Matteo Salvini Photo by Radio Alfa [CC BY-SA 2.0]

PiS’s confessional offensive is not surprising for students of populist and nativist parties in Europe. Anti-liberal parties are using religion as a political weapon across the entire continent, albeit in different ways, depending on the local context. The leader of the Italian League, Matteo Salvini, who was the country’s deputy PM until this summer, frequently refers to the Gospel in his political speeches, holds crucifixes and rosaries in his hands, and publicly declares his devotion to Mary. He calls for the defense of so-called “traditional families” (that is, heterosexual married couples plus their naturally conceived children). Given that Salvini is a divorcee with a child born out of wedlock, his religious rhetoric suggests a certain degree of hypocrisy. (Jarosław Kaczyński, the leader of PiS, also presents himself as a guardian of traditional family life and numerous offspring, despite the fact that he’s a bachelor living alone with a handful of cats). Even in countries with few practicing Christians and strong secular traditions, such as Holland or France, references to religion abound. Here, though, religious rhetoric is being used not to defend the prescriptions of the Church, but to defend the traditionally secular way of life there, against the supposedly damaging influence of “overly-religious” Muslim migrants.

The anti-liberal surge in Europe is not merely against open borders, migration, and free trade, nor is it only directed against jet-setting bankers, journalists, and experts. Witold Waszczykowski, a leading figure in PiS, has gone so far as to publicly mock “a world made up of cyclists and vegetarians, who only use renewable energy and fight all forms of religion.” Nativists reject the liberal notion of what is sensible, appropriate and desirable. The nativist objective is not merely political or economic but ideological. Nativists want to establish a new definition of truth, political correctness, and acceptable social behavior. They want to impose their own interpretation of history, their favorite films, fashion, and even eating habits. Above all, they want to define what a natural model of family life and “appropriate” sexual behavior is. Like all ideologues, they want to introduce a new, anti-liberal notion of normalcy.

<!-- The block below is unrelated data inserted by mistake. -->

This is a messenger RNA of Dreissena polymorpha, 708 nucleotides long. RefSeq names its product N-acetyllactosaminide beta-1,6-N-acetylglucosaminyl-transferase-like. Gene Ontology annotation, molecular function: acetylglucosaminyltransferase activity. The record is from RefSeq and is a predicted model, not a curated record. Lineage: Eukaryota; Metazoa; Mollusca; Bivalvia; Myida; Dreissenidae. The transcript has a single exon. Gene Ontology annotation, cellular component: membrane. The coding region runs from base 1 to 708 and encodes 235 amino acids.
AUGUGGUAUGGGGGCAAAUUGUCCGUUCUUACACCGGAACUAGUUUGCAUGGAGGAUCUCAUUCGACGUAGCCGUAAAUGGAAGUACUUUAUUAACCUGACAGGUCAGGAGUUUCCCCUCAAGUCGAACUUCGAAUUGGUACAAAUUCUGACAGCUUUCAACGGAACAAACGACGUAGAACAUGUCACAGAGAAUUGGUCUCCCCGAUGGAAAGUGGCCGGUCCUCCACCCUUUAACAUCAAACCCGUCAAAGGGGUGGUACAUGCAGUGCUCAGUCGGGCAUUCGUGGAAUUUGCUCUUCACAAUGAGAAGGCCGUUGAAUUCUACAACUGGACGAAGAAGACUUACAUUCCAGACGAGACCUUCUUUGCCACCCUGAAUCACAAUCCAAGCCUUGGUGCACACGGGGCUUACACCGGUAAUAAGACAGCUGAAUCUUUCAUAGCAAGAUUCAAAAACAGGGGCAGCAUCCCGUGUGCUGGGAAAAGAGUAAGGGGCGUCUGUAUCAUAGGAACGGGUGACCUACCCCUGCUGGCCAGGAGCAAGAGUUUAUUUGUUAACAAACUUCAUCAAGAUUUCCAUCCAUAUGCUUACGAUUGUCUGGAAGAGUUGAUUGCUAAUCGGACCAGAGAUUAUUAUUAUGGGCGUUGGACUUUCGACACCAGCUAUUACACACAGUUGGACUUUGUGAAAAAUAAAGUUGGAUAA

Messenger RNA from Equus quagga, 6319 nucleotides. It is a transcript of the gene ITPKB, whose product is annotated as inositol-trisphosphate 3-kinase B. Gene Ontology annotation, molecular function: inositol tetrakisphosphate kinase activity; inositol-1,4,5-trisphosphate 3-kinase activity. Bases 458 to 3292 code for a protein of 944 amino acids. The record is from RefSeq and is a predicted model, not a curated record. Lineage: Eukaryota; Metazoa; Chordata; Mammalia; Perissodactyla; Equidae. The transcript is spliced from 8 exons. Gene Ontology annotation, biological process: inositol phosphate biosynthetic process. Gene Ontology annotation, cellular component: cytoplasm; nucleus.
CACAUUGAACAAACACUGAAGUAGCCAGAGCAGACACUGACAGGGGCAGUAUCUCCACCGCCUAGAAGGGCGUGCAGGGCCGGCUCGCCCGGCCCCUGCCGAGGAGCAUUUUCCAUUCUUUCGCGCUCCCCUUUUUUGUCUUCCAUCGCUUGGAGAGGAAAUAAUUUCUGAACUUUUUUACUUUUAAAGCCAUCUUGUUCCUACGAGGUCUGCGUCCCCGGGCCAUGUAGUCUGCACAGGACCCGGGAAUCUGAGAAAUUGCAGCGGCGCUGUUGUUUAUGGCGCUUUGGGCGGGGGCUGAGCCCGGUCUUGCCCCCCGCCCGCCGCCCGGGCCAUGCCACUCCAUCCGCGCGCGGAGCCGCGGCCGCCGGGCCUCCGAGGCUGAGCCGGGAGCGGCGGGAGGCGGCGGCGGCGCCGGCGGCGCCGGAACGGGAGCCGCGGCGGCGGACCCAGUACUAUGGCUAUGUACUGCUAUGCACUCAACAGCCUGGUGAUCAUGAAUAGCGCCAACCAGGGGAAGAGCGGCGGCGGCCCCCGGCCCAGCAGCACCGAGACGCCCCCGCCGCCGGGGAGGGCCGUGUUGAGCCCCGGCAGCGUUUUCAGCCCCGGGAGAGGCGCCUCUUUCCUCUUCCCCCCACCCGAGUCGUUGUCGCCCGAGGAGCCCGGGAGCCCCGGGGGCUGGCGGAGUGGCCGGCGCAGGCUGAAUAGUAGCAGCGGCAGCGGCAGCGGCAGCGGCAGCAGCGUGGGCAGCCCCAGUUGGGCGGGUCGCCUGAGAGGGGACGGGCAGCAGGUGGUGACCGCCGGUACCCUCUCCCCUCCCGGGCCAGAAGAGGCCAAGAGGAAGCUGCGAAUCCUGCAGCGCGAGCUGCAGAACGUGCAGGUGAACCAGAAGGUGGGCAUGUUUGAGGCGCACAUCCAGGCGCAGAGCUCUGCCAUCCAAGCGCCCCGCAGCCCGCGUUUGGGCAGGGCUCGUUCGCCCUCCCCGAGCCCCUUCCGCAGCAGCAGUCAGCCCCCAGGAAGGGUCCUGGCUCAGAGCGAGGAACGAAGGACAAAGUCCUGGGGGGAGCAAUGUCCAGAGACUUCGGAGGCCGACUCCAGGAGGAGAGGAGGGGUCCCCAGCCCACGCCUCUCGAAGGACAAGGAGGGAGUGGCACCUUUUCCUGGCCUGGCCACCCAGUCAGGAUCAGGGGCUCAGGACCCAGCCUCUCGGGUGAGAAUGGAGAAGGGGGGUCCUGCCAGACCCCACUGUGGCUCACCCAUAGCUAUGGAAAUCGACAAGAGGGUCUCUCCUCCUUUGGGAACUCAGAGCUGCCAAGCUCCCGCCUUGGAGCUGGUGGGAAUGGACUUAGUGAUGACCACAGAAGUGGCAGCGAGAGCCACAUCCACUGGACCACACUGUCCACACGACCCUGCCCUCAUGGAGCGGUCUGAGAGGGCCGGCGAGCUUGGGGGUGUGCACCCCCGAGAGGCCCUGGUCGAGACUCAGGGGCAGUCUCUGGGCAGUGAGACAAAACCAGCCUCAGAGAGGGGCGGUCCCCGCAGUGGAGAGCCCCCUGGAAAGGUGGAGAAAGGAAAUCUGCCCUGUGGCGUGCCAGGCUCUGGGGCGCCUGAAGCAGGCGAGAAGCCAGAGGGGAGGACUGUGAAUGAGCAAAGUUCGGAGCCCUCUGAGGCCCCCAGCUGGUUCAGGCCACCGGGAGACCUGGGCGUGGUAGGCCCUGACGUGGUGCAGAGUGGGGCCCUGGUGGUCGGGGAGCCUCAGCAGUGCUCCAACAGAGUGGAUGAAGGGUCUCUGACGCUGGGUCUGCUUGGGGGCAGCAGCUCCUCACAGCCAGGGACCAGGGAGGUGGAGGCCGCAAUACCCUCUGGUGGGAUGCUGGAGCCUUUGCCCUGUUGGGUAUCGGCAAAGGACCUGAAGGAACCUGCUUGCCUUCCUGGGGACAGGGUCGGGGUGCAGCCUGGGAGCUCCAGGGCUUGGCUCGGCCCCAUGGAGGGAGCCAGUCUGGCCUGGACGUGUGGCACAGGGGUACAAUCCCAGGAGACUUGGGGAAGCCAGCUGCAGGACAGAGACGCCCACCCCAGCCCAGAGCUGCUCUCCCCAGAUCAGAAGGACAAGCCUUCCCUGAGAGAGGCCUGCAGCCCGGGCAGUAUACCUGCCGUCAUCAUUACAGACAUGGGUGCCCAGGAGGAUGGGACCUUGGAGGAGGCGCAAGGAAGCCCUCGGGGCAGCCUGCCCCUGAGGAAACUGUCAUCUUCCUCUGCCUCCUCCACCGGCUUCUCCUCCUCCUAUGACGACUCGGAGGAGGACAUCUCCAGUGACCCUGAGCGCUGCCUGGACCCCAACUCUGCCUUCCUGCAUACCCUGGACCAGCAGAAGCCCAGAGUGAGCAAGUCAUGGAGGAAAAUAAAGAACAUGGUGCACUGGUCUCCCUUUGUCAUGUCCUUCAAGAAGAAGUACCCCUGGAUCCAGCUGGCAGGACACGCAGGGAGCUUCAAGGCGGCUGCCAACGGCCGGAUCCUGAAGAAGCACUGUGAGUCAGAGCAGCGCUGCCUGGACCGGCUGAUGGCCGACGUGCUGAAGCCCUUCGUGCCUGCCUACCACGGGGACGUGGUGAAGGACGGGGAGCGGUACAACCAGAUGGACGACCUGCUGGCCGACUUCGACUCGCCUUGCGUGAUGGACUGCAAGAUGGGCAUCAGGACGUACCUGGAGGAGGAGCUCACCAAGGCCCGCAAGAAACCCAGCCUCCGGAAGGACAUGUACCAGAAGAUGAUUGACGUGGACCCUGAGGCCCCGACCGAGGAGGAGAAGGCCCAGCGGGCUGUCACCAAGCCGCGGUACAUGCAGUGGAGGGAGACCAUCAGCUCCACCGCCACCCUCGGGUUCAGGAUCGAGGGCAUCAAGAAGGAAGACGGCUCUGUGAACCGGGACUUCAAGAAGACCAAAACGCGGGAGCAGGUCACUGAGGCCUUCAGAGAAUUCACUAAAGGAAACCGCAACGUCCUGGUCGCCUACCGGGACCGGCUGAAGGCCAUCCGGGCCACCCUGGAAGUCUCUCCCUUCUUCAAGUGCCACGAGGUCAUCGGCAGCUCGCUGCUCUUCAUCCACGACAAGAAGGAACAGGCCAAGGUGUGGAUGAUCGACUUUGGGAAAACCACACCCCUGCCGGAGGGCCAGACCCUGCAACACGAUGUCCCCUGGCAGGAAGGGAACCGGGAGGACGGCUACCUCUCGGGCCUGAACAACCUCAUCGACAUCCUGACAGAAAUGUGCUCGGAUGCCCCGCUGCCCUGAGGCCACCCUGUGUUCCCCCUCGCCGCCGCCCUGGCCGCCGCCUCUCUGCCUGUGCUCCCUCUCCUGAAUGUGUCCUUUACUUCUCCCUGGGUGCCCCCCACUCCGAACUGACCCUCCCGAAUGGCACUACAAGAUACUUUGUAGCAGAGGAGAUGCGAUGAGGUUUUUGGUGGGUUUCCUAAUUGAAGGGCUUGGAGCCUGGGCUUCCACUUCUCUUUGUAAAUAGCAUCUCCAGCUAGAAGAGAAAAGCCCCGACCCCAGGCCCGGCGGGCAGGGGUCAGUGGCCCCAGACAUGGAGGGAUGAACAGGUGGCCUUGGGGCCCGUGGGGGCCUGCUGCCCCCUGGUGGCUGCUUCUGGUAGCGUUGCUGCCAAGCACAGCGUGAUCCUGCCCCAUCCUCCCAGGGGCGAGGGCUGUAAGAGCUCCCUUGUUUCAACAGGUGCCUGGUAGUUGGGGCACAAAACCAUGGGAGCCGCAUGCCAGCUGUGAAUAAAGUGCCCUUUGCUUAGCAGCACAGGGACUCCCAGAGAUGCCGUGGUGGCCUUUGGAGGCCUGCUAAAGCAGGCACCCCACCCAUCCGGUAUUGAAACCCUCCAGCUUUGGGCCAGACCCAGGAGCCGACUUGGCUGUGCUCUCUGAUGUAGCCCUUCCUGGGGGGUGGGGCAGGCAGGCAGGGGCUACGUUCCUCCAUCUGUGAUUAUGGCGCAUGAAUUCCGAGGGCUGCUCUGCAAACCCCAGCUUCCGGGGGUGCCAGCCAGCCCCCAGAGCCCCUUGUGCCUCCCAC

Poland is in this sense a trendsetter; a kind of living laboratory where the creation of a new man is being experimented. Therefore, the result of Poland’s parliamentary election on October 13th will have a broader socio-political impact in Europe and beyond. A PiS victory will not only represent a challenge for atheists and LGBT+ citizens. Millions of ordinary Catholics in Poland will be forced to choose between the liberal and nativist versions of normalcy. The European Union and the Vatican do not seem prepared to face this challenge.

Stefania Bernini studies families and migration at the University of Venice, Ca’ Foscari. Jan Zielonka is a professor of European Politics and a Ralf Dahrendorf Fellow, St Antony’s College, University of Oxford.